McNichol sees many good digital health companies unable to find their fit in the marketplace, so she is a fan of developer challenges that clearly define a specific need with a request for proposal (RFP). “The process of innovation should be changed to soliciting submissions like this. Without an RFP we can’t get into health systems because the sales cycle is so long,” says McNichol. “This developer challenge has the wonderful ability to help us launch quickly and measure outcomes because it’s not integrated in the EHR (electronic health record) for this pilot phase. If a company can deploy quickly, the road is much easier.”
McNichol hopes to receive support based on the platform’s impact on social determinants of health, with funding from foundations or governments. “We’re a startup struggling to make money. We couldn’t justify deploying a solution like this and make a difference for youth and mental health without the CHLA and HIMSS award. They realize we need to spark innovation to address social determinants of health.”
Second Place: Team MiTia ($7,000 award)
In Latinx communities, there’s a tradition of relying on friends and family for health advice – often an older woman referred to as la tia, or aunt. To address distrust and lack of familiarity with the U.S. health system, as well as the highest uninsurance rate of any racial or ethnic group in the U.S., this tech entry proposes inviting respected tias to answer questions and share advice on the MiTia app, “a hyper-local social networking platform providing user-generated content from influential tias in the Hispanic community.”
The MiTia concept was developed by Thrust Interactive, a Georgia-based game development studio that’s created over 100 interactive experiences for brands like PBS Kids, Star Wars, Headline News, the NFL and more. MiTia uses artificial intelligence to provide popularly searched content in a geographic area or local social network. It proposes the ability to speak to a live (and trained) tia via video conferencing or text. Team MiTia cites the app’s unique socio-technical system analysis in the design, digitally connecting tias to the rest of the Latinx community. To support social connections, MiTia will leverage aspects of the company’s successful Healium app for children with chronic illnesses.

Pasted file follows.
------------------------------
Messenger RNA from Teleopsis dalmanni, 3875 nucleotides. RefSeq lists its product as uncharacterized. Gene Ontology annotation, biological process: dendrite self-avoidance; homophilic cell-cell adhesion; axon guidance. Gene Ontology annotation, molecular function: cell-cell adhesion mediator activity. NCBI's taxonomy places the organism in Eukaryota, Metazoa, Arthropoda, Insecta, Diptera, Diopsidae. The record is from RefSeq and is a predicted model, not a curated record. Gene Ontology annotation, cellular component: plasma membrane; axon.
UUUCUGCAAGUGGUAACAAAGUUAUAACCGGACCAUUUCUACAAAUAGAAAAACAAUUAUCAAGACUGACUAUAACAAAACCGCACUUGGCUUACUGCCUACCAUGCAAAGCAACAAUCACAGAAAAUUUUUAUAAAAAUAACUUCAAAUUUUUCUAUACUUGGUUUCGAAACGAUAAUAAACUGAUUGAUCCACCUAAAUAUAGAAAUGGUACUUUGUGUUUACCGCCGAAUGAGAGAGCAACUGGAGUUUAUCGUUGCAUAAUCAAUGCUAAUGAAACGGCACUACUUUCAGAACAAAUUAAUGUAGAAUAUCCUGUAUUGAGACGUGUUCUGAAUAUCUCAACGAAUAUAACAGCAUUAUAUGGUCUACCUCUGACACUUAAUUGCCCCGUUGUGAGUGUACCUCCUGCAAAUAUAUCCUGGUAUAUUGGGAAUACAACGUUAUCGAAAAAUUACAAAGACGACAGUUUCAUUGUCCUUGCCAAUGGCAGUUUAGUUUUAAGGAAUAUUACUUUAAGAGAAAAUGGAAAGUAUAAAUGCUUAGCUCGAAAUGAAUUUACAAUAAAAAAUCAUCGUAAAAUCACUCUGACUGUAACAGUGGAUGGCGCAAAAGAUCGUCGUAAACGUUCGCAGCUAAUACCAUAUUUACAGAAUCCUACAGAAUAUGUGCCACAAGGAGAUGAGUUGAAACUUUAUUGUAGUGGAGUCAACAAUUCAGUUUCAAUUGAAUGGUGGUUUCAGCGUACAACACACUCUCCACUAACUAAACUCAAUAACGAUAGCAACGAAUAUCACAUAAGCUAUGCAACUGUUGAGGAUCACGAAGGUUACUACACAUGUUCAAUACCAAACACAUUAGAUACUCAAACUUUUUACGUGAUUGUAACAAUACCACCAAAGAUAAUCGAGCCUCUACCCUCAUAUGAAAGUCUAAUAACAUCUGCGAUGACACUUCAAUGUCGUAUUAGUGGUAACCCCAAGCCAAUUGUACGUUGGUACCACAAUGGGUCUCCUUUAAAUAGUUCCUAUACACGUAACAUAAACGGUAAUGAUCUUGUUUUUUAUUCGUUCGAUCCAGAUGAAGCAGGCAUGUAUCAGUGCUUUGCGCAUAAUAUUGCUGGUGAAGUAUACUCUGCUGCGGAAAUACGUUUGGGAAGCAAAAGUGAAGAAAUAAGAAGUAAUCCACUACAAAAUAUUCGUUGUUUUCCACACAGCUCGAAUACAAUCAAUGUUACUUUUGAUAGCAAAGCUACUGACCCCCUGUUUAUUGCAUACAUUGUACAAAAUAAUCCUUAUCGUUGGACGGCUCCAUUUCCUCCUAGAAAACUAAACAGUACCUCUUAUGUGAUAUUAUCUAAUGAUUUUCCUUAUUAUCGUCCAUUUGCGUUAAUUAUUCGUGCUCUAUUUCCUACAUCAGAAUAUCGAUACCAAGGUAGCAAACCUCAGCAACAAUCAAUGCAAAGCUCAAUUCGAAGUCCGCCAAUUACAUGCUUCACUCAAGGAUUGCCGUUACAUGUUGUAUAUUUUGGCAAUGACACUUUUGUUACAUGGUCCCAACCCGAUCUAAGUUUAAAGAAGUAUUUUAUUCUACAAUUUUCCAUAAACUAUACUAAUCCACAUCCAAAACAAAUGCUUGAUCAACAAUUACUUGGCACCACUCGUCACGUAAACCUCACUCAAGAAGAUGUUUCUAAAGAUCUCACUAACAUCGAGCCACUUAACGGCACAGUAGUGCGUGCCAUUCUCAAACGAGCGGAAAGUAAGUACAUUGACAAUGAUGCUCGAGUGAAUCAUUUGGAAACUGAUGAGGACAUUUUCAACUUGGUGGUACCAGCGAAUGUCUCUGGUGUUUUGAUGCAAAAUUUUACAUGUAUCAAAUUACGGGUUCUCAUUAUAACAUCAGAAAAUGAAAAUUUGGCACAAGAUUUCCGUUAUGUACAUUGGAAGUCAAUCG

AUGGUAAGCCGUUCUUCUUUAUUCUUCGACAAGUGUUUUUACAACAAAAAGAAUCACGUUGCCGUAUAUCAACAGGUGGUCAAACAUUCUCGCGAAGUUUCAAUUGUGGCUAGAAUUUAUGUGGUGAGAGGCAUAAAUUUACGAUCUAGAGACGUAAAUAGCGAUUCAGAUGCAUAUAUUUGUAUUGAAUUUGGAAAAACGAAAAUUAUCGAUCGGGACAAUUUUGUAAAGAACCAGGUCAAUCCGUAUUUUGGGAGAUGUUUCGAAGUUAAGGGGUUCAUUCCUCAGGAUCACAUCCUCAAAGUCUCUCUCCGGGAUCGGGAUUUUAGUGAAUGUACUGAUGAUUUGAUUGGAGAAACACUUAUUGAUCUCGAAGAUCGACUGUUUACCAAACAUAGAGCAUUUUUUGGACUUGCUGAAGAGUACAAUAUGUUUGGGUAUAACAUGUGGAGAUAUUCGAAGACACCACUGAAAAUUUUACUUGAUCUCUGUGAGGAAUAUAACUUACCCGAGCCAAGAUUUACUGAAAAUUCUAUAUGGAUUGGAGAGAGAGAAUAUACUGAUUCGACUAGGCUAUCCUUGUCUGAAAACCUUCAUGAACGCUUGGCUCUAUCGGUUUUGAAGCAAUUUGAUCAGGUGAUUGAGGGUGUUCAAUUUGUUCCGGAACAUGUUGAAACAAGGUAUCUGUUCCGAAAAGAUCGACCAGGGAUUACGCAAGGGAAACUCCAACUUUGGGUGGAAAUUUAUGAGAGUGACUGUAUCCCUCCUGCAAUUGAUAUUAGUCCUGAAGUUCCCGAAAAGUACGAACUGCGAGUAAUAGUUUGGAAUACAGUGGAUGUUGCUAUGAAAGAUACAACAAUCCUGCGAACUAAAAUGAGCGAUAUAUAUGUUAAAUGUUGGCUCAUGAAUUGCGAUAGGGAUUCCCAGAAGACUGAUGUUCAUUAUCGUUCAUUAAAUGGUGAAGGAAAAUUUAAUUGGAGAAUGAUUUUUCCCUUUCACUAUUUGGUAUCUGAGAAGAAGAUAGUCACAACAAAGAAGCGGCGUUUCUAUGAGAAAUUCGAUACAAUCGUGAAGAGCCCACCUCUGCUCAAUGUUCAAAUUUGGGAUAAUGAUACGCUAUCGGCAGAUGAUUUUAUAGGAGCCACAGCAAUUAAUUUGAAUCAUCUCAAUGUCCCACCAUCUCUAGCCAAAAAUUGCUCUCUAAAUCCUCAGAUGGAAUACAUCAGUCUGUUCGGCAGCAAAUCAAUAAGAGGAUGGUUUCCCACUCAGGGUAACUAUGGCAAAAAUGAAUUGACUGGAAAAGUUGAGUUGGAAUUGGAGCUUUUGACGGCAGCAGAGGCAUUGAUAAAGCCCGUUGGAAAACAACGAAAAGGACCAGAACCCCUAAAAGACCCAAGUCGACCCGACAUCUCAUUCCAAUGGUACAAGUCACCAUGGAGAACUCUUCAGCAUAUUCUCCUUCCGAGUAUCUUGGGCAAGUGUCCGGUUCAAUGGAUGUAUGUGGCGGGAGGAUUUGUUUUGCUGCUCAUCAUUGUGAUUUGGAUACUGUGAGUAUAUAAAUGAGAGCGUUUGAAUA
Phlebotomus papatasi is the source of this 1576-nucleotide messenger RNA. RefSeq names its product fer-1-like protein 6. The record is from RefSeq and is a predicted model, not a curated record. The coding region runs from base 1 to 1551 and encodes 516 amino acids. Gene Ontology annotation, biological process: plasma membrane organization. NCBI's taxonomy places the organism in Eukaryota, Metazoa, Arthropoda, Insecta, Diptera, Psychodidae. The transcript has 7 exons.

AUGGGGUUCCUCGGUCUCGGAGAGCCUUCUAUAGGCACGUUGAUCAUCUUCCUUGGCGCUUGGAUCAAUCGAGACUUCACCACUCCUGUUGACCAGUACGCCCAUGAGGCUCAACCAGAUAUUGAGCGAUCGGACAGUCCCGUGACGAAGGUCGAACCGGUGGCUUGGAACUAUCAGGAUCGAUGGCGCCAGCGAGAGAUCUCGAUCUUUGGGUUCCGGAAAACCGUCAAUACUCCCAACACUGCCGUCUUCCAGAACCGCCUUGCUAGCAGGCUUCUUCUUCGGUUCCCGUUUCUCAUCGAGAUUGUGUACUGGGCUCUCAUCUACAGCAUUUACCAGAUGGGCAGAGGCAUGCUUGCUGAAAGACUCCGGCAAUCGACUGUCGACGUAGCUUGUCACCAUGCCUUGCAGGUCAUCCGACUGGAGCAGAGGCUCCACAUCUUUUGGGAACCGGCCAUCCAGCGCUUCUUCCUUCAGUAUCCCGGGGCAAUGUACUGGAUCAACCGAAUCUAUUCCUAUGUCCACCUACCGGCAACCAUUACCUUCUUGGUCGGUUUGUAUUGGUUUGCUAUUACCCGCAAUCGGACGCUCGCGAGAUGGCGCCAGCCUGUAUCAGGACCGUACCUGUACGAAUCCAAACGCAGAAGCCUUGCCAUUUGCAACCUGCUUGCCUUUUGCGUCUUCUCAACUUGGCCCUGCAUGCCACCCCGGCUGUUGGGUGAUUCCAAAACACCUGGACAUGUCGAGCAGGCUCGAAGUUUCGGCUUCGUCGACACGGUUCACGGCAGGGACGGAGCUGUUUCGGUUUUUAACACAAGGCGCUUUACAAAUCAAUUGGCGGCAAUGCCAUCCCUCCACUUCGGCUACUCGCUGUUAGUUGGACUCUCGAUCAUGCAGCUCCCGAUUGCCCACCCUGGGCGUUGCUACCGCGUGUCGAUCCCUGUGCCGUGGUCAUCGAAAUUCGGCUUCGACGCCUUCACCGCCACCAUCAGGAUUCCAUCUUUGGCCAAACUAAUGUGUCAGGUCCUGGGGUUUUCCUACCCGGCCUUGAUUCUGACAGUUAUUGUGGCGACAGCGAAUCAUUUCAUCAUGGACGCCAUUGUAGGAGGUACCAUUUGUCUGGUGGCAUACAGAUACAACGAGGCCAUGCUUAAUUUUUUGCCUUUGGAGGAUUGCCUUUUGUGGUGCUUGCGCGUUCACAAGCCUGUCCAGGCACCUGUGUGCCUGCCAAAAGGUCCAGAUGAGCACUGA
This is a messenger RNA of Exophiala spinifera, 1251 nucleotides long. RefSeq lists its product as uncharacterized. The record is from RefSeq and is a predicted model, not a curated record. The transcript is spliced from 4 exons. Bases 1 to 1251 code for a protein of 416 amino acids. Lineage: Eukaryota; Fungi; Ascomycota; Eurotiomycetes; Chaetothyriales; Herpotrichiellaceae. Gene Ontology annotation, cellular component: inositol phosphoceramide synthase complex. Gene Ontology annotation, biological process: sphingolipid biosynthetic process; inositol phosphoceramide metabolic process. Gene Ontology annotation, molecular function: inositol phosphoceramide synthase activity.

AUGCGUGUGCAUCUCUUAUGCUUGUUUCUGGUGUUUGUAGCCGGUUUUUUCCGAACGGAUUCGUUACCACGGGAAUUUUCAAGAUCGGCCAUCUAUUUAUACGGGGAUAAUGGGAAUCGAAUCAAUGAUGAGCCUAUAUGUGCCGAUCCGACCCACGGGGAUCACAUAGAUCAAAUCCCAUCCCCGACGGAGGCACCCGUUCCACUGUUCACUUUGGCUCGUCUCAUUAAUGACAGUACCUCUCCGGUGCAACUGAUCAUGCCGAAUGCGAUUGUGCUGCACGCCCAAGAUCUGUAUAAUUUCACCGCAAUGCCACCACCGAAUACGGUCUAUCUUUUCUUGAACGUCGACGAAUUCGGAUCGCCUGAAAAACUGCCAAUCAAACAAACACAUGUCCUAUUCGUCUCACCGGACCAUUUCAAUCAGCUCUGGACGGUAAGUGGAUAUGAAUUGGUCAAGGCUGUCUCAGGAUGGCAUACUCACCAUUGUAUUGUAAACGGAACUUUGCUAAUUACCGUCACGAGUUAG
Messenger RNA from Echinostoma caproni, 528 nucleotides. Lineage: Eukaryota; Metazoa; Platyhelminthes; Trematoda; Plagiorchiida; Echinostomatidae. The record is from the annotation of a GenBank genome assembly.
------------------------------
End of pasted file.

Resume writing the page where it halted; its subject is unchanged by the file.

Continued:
Third Place: Therapy for Latinx ($5,000 award)
Therapy for Latinx is an established platform connecting Latinx clients with licensed mental health therapists. It shares practical insights and tools for improving mental health and a place to share stories in a community where word-of-mouth carries great impact. In less than a year, this live online directory and marketplace has attracted over 23K social media followers.
Therapy for Latinx is a mobile and desktop site running on remote operations and lean costs by leveraging third party service providers and open-source software. Site visitors can choose from six categories: therapists, psychiatrist, emergency mental health, community clinics, support groups or life coaches. They can enter a city or address to find resources closest to them, using data mining and a geolocation application programming interface (API), giving users results based on location.
The company was founded by Brandie Carlos, an entrepreneur and community organizer in East Los Angeles with over 12 years of experience in digital marketing, tech startups and web design. After losing one of her best friends to alcohol and antidepressants in 2018, she started seeking ways to help the Latinx community find mental health resources. Therapy for Latinx describes a commitment to “breaking down all the barriers that stop the Latinx community from accessing and looking for mental health services. We believe in leveraging technology to educate, empower, and connect our community to not just live, but thrive.”